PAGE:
Winnipeg 2014: Food trends to watch for

Diversity Foods executive chef Ben Kramer inside his new greenhouse at the University of Winnipeg. (Photo by Robin Summerfield.)
Diversity Foods executive chef Ben Kramer inside his new greenhouse at the University of Winnipeg. (Photo by Robin Summerfield.)

Winnipeg’s food scene is never dull. Insiders keep the city’s food lovers satisfied with new foods and new food experiences. Winnipeg’s culture of cuisine continued to evolve in 2013, most notably with the addition of RAW:almond, the pop-up on ice, and the opening of Prairie 360˚, the city’s revolving restaurant and boutique coffee houses like Thom Bargen and Little Sister Coffee Maker. New additions, like The Grove’s Osborne Village location, are on the horizon. The coming year holds much promise too from local food purveyors, restaurateurs and chefs. Here are a few trends we’d like to see evolve in 2014 in Winnipeg.

Party Planners
Several years ago Bistro 7¼ launched School Nights, a weekly Sunday night get together at the South Osborne bistro. The party was free, everyone was invited and themes were reflected in food, drink and entertainment. The lively nights, which are still hosted each week, brought out diners of all stripes. It was (and still is) a fantastic way to spend a Sunday night meeting new people. More and more restaurateurs, chefs and foodies are introducing their own cuisine-themed parties hosted in-house or at secret locations. The professionals will look for creative ways to get bums in seats, especially on off-peak days and hours. We foodies want restaurant-hosted book clubs, themed tasting menus, food-fetes, tea parties and beer pairing dinners. If you build it, we will come.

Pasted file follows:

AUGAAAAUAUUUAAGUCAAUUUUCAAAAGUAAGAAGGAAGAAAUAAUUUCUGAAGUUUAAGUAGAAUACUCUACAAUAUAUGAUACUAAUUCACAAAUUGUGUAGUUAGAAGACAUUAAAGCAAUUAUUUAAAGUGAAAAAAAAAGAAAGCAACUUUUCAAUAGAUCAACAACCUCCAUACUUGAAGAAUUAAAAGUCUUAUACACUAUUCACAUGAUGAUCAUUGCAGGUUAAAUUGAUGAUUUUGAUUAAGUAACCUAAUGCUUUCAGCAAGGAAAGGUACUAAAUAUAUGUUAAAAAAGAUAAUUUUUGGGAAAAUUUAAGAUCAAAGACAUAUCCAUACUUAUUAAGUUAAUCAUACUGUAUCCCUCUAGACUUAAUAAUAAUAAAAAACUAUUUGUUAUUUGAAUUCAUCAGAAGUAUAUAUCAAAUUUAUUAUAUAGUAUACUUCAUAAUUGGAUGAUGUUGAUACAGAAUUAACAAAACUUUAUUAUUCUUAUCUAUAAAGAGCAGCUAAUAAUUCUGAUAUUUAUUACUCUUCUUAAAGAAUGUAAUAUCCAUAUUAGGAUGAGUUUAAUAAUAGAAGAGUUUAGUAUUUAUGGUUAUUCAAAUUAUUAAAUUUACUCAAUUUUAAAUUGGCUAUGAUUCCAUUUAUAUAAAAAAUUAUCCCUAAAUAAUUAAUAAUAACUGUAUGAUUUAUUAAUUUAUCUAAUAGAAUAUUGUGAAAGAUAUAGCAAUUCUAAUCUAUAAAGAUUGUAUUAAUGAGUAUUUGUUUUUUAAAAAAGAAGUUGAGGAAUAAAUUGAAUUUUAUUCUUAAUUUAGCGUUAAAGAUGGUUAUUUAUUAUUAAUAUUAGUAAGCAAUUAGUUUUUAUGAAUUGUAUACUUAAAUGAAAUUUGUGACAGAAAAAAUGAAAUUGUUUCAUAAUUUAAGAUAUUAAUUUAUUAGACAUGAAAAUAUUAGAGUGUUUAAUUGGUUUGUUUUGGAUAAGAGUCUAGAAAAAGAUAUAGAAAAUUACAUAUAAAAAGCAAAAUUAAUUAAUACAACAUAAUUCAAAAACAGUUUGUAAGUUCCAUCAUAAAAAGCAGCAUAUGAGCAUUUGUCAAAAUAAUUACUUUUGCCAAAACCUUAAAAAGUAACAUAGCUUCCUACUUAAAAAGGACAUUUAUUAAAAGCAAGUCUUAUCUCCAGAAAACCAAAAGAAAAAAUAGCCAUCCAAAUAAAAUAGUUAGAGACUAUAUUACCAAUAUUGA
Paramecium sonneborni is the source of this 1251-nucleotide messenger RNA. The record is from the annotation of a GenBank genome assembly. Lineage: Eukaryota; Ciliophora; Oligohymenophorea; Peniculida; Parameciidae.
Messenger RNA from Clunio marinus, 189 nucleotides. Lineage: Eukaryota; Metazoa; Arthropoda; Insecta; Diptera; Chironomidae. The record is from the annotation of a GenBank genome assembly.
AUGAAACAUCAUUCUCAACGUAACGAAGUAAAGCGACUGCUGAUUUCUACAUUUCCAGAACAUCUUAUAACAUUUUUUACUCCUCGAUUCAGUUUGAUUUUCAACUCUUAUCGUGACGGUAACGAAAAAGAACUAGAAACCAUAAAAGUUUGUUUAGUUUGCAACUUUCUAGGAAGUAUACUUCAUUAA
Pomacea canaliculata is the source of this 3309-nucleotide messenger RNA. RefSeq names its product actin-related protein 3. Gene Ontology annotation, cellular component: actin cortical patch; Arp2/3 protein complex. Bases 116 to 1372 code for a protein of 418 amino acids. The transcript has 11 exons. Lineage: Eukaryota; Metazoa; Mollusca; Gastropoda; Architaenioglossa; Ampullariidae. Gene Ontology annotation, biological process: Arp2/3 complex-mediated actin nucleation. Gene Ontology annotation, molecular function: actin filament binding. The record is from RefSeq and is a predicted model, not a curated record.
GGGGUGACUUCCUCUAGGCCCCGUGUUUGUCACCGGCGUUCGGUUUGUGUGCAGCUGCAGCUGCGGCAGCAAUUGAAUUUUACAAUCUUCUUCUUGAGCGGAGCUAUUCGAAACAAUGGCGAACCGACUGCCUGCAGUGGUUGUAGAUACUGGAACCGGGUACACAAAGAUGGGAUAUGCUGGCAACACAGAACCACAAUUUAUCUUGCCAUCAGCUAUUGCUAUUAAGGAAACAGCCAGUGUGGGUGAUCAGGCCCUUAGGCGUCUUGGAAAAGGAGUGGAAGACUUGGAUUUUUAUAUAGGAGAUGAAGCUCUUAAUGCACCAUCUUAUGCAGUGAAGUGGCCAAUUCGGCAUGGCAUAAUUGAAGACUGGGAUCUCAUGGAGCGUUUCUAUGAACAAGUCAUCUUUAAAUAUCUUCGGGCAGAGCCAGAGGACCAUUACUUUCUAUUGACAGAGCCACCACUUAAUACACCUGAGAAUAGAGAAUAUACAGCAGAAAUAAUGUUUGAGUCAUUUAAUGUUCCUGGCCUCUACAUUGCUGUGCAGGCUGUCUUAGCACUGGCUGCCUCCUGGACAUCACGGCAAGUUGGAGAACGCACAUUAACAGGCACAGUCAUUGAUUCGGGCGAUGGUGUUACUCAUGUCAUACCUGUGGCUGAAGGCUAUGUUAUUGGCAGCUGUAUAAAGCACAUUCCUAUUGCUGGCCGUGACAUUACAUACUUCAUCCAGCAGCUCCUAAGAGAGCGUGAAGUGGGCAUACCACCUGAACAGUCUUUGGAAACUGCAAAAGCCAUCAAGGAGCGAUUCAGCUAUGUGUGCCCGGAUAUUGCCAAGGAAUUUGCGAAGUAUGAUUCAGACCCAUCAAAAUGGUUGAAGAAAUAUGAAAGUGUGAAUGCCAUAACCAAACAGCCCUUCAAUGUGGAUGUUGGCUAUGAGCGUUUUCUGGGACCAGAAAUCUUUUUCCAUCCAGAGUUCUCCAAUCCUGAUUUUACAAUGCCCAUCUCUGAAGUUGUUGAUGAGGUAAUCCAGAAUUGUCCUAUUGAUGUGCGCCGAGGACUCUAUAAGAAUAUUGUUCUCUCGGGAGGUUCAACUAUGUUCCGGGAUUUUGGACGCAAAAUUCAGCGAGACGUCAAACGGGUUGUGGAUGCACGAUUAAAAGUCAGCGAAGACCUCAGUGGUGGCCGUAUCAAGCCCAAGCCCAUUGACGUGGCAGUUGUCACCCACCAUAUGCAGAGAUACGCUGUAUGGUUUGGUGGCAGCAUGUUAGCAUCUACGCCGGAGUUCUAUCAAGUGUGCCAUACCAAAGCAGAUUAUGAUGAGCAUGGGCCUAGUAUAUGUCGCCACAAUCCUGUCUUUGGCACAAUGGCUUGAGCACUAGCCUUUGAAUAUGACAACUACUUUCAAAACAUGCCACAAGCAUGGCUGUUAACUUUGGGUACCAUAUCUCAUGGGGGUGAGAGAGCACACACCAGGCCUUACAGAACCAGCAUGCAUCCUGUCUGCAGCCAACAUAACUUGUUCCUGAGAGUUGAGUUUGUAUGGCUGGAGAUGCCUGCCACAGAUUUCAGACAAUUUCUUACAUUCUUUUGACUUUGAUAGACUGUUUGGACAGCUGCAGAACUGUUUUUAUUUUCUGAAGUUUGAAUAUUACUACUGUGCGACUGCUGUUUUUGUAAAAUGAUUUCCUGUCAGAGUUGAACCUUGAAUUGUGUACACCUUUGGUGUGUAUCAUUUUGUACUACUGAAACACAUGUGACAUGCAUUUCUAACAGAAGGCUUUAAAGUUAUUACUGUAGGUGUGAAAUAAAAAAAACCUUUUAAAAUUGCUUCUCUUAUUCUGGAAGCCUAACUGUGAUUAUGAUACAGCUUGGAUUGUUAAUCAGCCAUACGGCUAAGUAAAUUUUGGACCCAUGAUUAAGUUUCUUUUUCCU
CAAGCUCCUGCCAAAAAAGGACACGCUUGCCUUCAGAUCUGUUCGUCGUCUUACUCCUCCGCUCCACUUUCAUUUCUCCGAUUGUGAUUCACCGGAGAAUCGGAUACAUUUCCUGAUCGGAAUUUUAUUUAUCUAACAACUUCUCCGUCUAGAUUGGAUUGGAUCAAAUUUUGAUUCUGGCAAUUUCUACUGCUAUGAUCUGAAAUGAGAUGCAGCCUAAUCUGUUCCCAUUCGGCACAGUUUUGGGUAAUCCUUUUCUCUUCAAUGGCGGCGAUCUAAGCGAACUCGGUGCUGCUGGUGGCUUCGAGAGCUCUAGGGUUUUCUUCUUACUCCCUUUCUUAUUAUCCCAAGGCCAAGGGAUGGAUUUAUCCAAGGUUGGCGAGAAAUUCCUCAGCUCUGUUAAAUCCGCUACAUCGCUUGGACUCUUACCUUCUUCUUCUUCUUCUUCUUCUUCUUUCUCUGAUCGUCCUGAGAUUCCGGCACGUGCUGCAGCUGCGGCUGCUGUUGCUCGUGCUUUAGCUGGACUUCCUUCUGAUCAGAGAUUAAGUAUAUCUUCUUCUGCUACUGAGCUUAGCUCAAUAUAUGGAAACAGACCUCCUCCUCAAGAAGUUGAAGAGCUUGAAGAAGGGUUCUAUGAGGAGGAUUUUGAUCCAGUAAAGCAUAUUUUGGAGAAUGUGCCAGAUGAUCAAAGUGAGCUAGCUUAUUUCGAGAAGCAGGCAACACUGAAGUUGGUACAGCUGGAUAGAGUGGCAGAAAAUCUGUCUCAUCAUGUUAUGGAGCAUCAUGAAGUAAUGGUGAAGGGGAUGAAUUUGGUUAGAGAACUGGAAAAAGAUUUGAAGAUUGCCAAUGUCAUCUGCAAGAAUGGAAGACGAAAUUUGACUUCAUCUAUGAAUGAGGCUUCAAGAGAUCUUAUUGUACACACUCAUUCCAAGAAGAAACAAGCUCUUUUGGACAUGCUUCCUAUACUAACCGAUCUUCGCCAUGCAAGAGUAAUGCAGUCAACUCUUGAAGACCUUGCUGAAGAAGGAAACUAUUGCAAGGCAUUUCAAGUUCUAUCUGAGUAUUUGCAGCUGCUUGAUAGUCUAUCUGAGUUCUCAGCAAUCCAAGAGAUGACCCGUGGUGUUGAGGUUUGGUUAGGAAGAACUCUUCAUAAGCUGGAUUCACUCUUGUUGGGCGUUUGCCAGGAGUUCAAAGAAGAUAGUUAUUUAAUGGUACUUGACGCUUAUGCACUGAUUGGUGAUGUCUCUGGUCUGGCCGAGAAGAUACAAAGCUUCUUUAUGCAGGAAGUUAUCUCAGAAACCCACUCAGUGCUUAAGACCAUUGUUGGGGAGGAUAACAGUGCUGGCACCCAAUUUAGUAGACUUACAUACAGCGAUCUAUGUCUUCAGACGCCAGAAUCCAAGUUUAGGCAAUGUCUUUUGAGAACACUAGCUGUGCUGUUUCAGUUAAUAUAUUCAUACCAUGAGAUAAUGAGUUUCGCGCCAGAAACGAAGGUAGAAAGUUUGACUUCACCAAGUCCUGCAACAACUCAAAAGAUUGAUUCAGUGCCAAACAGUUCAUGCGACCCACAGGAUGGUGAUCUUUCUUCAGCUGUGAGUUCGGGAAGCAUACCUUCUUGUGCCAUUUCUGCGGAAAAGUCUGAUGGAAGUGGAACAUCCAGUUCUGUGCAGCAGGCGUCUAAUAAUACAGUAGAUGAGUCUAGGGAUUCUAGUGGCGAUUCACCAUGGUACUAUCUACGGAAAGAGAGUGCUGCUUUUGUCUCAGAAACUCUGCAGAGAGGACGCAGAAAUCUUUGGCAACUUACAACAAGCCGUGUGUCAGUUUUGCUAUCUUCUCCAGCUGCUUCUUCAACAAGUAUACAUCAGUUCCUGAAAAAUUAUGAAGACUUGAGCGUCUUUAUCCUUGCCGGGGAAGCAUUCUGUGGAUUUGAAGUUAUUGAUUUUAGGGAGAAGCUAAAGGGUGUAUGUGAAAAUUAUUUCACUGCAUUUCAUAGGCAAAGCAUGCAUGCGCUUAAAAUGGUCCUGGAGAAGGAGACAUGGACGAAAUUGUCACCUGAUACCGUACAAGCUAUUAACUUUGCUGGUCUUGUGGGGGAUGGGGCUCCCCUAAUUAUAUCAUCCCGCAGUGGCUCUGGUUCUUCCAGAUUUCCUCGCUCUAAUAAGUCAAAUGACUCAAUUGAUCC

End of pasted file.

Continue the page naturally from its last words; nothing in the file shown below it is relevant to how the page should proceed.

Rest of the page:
Grow your own
Chaise Café and Lounge owner Shea Ritchie is one of several Winnipeg restaurateurs and chefs growing their own ingredients in the summer and winter. Ritchie’s Provencher Avenue eatery has a garden and container gardens in the summer and a hydroponic garden in the basement year round. (Robin Summerfield)

University of Winnipeg’s Diversity Foods, with chef Ben Kramer at the helm, is in the midst of starting his own indoor garden on campus inside a largely abandoned greenhouse. He is one of several local chefs growing (or trying to grow) his own greens and herbs. Johnny Kien at Saigon Jon’s and Shea Ritchie at Chaise Café and Lounge have also acquired green thumbs. Sure, Manitoba has a short growing season that severally limits using local produce but we’d still like to see more kitchens putting that ‘eat local’ mantra to the test.